While this theater season has seen multiple productions on the Middle East, the spotlight has been almost exclusively on Iraq and Israel. Now the "Graveyard of Empires" has its turn center stage with The Great Game: Afghanistan, a play of epic proportions, transplanted from London's Tricycle Theater to NYC by the Public Theater.

The Great Game, co-directed by Nicolas Kent and Indhu Rubasingham, is a chronological history of foreign involvement in Afghanistan since 1842, told in 12 playlets. That adds up to seven hours of on-stage action, which with intermissions becomes a 12-hour saga. (Tickets) The piece runs in marathon twice on the weekends, a feat we're inclined to call grueling, or a tad Ambromavician. Actress Jemma Redgrave, however, just calls it "exhilarating." During an interview last week, the fourth-generation Redgrave told us about why she thinks we shouldn't leave Afghanistan any time soon, the merits of napping backstage, and the only place one should ever bother eating panna cotta.

What is it like being in a 12-hour production? Where do you find your stamina? [Laughs] It's a big workout! The bliss is that you can eat what you like all day and it doesn't touch your thighs. [Laughs] It requires an energy and a stamina. You find actors lying around back stage just so they can find ten minutes to zone out and take a nap. It's an incredibly exhilarating thing to be part of. I talked to friends of mine who were in The Coast of Utopia in London, Tom Stoppard's trilogy covering Russian literary history from...I can't remember the date exactly. But they said the same thing that I feel at the end of this, that the audience and actors have been through this marathon event together, and you form a bond with the audience that's unlike anything you've felt in the theater before. You're sort of friends at the end of it! You feel waves of goodwill going backwards and forwards at the curtain call. It's really a wonderful thing, actually.

How has doing this production affected your own political views on Afghanistan? Well, it's educated me. Being part of this event, I knew nothing of our linked history, or certainly of the British history of the wars in the 19th century. I knew absolutely nothing about any of it. So I've been on an incredible journey. My eyes have been opened; I feel like I've been enriched by this process enormously. My views...my views weren't based in anything other than whatever I saw in the news, on the BBC or the newspapers. I suppose I thought we shouldn't be there. But I've been on an odyssey. My views have changed quite a lot.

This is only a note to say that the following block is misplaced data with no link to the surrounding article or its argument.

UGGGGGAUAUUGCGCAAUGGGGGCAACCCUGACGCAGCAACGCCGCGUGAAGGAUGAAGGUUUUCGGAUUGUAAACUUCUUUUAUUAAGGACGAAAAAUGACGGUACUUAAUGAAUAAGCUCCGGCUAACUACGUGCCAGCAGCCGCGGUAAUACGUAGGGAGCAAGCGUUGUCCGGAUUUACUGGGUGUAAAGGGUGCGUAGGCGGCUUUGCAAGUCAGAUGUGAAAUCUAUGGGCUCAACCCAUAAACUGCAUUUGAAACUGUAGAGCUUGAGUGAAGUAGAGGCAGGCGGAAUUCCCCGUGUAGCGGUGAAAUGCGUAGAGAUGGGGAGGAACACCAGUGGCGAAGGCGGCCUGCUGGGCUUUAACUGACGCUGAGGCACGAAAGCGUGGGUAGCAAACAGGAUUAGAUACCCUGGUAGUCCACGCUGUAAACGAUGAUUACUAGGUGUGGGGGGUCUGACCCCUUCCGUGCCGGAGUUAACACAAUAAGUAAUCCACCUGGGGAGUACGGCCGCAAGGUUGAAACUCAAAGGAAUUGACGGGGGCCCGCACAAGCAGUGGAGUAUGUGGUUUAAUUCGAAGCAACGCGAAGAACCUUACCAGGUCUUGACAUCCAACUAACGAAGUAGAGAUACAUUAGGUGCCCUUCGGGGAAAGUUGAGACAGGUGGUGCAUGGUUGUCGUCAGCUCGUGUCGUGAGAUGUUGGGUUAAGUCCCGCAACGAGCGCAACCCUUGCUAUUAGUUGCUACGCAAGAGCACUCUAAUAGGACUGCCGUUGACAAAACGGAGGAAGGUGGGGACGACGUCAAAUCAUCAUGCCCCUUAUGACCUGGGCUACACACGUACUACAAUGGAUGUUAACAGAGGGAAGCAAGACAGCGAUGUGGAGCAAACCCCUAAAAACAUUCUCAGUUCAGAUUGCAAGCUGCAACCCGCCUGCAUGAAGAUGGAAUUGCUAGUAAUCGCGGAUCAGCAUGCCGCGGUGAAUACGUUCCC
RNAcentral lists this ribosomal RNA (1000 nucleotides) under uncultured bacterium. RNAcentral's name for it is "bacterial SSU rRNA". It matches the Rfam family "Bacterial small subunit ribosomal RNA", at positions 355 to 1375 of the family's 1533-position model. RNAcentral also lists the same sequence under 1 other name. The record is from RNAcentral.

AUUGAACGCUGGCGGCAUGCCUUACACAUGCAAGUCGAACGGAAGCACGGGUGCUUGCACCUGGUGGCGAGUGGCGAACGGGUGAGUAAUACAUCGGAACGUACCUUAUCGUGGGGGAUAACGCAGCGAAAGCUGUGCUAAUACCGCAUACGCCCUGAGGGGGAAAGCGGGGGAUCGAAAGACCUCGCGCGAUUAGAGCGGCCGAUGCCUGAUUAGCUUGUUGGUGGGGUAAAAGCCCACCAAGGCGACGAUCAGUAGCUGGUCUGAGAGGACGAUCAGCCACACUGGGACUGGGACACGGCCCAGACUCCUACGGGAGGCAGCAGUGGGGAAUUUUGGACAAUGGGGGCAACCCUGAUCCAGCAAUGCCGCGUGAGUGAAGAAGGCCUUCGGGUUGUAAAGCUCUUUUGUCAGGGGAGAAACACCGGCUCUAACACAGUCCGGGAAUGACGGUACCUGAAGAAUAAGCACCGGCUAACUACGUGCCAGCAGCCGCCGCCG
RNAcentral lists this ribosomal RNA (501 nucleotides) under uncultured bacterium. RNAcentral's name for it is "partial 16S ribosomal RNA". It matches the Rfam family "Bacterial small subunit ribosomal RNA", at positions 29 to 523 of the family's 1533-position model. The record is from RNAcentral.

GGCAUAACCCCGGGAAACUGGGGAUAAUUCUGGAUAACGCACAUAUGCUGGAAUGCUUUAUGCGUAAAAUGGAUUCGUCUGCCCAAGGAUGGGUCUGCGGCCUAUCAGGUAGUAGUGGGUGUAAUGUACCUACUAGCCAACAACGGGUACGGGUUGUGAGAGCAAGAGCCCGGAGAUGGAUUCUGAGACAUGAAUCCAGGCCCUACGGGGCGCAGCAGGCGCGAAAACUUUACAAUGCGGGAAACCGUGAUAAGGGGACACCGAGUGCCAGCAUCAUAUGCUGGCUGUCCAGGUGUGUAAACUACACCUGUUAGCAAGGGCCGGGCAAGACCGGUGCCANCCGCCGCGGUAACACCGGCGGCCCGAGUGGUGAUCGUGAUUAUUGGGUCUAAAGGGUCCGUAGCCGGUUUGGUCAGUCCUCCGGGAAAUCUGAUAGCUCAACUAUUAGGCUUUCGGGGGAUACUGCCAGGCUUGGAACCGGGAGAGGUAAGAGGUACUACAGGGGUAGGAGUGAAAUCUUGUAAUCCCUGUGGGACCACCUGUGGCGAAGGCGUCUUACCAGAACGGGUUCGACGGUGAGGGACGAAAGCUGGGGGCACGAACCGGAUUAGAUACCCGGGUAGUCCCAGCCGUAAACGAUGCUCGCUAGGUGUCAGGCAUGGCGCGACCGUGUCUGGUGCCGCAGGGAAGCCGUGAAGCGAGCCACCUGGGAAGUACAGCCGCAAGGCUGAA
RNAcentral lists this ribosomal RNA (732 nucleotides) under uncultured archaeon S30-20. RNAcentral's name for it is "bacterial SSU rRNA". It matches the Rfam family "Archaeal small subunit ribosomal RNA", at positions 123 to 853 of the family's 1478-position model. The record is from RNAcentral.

So you feel we should be there, now? I'll put it like this: we have a history. History seems to have repeated itself over the last 160 years. When the armies come in and occupy Afghanistan, it seems to be an incredibly easy country to invade and an impossible country to get out of. We go in and create an appalling mess, and get out. I think it would be tragic if there was another repetition of that cycle.

Are you optimistic about the situation in Afghanistan? I hope, I hope that we can leave behind something worthwhile. I hope if and when we do get out, what we leave behind feels more stable and secure than what we've left behind before. I don't know. I've no idea. It seems to be that the consensus here and in Britain is that we should just get out as soon as possible and without much thought to what's left behind. But I hope that's not the case.